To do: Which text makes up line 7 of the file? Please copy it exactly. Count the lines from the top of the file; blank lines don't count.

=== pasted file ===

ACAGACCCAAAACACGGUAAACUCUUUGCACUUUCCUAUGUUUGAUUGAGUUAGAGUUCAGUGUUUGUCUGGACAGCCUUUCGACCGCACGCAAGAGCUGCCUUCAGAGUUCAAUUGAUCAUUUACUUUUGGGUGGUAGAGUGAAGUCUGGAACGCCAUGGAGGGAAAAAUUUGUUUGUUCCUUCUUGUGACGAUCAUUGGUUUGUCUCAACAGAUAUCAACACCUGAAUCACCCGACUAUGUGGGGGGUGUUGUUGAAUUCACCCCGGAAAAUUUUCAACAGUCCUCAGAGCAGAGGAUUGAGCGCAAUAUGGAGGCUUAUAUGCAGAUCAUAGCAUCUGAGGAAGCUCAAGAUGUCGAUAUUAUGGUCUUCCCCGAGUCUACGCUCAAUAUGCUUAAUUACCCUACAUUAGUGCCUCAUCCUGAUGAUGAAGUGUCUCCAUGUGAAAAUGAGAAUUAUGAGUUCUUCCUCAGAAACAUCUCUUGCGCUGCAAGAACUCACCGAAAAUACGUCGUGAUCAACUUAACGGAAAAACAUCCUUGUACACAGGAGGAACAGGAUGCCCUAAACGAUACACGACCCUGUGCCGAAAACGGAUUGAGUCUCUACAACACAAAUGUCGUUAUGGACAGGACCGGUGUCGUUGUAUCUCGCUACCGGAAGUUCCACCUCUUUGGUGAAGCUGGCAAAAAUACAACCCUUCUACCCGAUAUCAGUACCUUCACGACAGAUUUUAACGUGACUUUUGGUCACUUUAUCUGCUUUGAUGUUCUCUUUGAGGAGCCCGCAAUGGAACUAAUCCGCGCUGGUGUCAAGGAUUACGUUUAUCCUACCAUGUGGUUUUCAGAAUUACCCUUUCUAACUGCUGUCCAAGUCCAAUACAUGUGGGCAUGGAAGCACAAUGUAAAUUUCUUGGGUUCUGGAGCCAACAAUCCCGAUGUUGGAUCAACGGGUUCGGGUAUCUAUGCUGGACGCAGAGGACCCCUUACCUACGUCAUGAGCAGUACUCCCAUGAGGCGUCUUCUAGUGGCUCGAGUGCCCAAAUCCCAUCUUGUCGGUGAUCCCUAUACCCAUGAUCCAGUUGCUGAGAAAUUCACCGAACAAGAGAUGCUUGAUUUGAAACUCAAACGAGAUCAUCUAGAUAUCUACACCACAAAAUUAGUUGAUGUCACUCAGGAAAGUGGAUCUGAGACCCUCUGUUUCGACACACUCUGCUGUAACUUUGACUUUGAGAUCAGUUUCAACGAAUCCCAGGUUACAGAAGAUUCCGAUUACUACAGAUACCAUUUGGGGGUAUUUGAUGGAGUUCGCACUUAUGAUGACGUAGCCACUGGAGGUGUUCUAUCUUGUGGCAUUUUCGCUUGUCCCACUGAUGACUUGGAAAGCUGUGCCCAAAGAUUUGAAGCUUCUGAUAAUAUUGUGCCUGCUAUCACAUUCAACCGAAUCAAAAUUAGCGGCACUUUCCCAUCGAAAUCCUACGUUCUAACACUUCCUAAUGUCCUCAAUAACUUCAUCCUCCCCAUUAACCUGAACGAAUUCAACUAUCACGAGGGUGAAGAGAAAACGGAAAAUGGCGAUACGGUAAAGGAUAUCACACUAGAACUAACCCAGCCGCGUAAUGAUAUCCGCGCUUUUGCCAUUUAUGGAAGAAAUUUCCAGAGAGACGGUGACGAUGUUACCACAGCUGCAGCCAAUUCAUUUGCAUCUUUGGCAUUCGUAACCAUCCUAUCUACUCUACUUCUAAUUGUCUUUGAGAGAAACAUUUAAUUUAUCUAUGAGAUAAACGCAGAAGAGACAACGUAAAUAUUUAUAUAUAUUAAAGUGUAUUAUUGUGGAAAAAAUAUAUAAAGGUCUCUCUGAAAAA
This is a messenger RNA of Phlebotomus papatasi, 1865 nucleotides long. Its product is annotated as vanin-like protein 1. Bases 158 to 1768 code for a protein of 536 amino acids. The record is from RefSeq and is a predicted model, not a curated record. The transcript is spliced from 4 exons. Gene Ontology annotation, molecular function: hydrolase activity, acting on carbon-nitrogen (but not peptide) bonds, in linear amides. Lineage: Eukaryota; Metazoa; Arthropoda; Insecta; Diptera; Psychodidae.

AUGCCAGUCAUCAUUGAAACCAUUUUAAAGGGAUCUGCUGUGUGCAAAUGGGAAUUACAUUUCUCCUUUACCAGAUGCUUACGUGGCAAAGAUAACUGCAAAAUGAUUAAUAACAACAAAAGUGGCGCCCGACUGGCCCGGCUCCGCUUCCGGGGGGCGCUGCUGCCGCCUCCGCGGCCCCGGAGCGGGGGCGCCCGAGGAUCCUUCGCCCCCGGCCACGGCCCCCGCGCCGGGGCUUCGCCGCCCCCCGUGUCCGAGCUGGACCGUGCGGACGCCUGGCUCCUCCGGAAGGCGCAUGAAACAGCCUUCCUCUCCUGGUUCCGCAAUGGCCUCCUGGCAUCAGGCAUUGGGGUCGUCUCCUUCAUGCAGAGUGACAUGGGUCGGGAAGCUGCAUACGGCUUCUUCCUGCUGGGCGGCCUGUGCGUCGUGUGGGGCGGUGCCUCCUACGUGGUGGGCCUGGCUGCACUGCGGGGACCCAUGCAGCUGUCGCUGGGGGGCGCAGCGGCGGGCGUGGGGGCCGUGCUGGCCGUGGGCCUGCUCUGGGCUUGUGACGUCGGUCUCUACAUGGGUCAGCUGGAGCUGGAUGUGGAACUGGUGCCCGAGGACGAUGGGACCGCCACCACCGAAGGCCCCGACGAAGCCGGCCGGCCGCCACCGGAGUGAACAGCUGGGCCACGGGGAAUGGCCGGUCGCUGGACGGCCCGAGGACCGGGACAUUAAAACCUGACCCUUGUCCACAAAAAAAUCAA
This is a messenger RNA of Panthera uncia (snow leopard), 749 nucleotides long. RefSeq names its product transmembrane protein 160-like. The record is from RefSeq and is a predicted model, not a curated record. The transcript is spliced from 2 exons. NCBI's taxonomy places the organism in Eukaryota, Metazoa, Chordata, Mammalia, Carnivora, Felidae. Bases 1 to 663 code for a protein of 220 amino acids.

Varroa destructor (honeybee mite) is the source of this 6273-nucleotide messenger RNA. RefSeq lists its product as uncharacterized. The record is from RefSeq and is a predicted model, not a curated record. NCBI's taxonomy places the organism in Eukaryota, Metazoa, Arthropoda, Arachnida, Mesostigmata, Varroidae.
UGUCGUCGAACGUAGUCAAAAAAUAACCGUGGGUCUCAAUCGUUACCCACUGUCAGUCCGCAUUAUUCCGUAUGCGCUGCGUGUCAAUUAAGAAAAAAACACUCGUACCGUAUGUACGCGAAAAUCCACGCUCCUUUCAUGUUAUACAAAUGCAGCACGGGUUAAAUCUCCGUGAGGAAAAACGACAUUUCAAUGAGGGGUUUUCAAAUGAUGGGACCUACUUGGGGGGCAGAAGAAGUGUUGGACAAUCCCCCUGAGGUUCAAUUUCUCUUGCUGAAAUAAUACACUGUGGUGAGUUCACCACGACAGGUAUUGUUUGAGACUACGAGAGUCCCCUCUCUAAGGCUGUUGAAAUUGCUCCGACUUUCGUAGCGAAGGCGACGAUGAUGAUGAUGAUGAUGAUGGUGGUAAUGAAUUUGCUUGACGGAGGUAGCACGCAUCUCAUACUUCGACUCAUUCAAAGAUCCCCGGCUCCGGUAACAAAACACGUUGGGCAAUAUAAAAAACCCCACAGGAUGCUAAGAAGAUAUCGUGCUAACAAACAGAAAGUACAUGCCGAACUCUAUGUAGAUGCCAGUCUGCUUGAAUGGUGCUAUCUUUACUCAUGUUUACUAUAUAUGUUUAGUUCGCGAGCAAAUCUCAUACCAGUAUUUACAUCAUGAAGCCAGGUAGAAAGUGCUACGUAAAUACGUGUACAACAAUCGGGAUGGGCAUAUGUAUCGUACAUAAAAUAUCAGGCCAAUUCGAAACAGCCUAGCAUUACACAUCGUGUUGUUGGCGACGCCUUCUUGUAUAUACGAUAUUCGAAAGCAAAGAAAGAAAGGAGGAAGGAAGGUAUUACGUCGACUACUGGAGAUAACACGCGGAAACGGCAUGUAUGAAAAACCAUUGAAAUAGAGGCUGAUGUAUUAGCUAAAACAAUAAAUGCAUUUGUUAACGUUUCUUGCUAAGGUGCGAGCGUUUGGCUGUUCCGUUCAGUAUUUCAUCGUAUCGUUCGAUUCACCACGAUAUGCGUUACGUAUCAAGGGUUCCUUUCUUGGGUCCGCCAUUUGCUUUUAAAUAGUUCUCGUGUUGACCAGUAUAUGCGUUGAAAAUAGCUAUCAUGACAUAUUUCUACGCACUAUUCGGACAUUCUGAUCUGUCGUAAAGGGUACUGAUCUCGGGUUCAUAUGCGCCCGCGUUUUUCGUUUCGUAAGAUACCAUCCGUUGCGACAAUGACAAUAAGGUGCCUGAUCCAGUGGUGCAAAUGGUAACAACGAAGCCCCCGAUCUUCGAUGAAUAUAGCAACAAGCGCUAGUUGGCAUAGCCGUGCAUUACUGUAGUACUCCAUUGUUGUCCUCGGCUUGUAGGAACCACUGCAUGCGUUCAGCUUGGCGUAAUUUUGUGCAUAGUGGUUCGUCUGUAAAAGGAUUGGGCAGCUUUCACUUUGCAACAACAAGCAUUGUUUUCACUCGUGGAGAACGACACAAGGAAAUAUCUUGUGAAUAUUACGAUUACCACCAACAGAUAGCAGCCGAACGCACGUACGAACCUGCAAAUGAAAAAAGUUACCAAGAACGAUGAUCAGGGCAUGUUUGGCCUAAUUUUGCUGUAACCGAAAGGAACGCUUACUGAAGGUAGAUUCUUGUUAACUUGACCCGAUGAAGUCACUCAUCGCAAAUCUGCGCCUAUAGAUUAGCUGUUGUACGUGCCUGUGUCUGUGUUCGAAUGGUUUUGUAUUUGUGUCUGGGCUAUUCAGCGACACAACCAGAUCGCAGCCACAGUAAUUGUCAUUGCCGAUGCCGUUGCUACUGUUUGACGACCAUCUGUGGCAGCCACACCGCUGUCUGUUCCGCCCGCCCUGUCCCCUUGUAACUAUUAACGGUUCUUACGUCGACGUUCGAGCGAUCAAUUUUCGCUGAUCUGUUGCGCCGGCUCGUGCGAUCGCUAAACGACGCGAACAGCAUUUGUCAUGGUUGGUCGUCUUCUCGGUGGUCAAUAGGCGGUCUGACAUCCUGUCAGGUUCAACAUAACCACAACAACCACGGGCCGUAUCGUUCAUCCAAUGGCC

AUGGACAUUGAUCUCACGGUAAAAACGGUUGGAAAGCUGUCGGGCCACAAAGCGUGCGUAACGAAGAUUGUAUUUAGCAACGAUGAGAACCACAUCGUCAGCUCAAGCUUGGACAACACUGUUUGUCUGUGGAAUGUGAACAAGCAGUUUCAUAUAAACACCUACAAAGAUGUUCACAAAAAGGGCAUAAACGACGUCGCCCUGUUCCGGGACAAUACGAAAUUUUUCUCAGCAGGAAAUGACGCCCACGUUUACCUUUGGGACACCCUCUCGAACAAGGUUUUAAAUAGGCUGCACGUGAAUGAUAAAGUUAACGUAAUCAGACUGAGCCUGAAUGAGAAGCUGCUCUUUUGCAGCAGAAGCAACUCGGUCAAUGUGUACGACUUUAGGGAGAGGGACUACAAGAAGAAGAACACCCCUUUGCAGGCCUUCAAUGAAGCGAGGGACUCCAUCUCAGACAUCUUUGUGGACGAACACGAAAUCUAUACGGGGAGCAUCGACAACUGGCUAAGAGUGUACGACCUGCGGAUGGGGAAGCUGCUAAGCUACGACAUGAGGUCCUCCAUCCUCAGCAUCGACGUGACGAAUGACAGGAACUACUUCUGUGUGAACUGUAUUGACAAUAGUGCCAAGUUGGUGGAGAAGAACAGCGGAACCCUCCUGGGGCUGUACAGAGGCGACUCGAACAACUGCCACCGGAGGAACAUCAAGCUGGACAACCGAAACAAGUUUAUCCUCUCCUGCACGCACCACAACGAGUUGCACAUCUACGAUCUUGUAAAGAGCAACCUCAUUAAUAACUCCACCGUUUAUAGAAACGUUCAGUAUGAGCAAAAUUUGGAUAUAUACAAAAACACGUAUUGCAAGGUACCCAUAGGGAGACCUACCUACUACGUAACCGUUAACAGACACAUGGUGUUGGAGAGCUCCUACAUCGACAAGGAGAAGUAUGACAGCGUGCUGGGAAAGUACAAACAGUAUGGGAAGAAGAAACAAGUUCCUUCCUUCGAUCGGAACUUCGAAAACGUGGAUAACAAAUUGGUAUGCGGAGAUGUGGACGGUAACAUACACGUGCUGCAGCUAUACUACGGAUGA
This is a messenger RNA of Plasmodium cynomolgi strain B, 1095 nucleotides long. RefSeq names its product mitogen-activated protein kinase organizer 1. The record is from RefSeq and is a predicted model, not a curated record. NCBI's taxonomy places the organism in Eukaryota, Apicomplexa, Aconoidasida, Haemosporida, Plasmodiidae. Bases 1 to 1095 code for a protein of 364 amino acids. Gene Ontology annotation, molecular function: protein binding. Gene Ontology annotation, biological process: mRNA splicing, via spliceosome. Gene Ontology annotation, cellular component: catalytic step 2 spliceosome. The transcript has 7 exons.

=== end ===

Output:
AUGGACAUUGAUCUCACGGUAAAAACGGUUGGAAAGCUGUCGGGCCACAAAGCGUGCGUAACGAAGAUUGUAUUUAGCAACGAUGAGAACCACAUCGUCAGCUCAAGCUUGGACAACACUGUUUGUCUGUGGAAUGUGAACAAGCAGUUUCAUAUAAACACCUACAAAGAUGUUCACAAAAAGGGCAUAAACGACGUCGCCCUGUUCCGGGACAAUACGAAAUUUUUCUCAGCAGGAAAUGACGCCCACGUUUACCUUUGGGACACCCUCUCGAACAAGGUUUUAAAUAGGCUGCACGUGAAUGAUAAAGUUAACGUAAUCAGACUGAGCCUGAAUGAGAAGCUGCUCUUUUGCAGCAGAAGCAACUCGGUCAAUGUGUACGACUUUAGGGAGAGGGACUACAAGAAGAAGAACACCCCUUUGCAGGCCUUCAAUGAAGCGAGGGACUCCAUCUCAGACAUCUUUGUGGACGAACACGAAAUCUAUACGGGGAGCAUCGACAACUGGCUAAGAGUGUACGACCUGCGGAUGGGGAAGCUGCUAAGCUACGACAUGAGGUCCUCCAUCCUCAGCAUCGACGUGACGAAUGACAGGAACUACUUCUGUGUGAACUGUAUUGACAAUAGUGCCAAGUUGGUGGAGAAGAACAGCGGAACCCUCCUGGGGCUGUACAGAGGCGACUCGAACAACUGCCACCGGAGGAACAUCAAGCUGGACAACCGAAACAAGUUUAUCCUCUCCUGCACGCACCACAACGAGUUGCACAUCUACGAUCUUGUAAAGAGCAACCUCAUUAAUAACUCCACCGUUUAUAGAAACGUUCAGUAUGAGCAAAAUUUGGAUAUAUACAAAAACACGUAUUGCAAGGUACCCAUAGGGAGACCUACCUACUACGUAACCGUUAACAGACACAUGGUGUUGGAGAGCUCCUACAUCGACAAGGAGAAGUAUGACAGCGUGCUGGGAAAGUACAAACAGUAUGGGAAGAAGAAACAAGUUCCUUCCUUCGAUCGGAACUUCGAAAACGUGGAUAACAAAUUGGUAUGCGGAGAUGUGGACGGUAACAUACACGUGCUGCAGCUAUACUACGGAUGA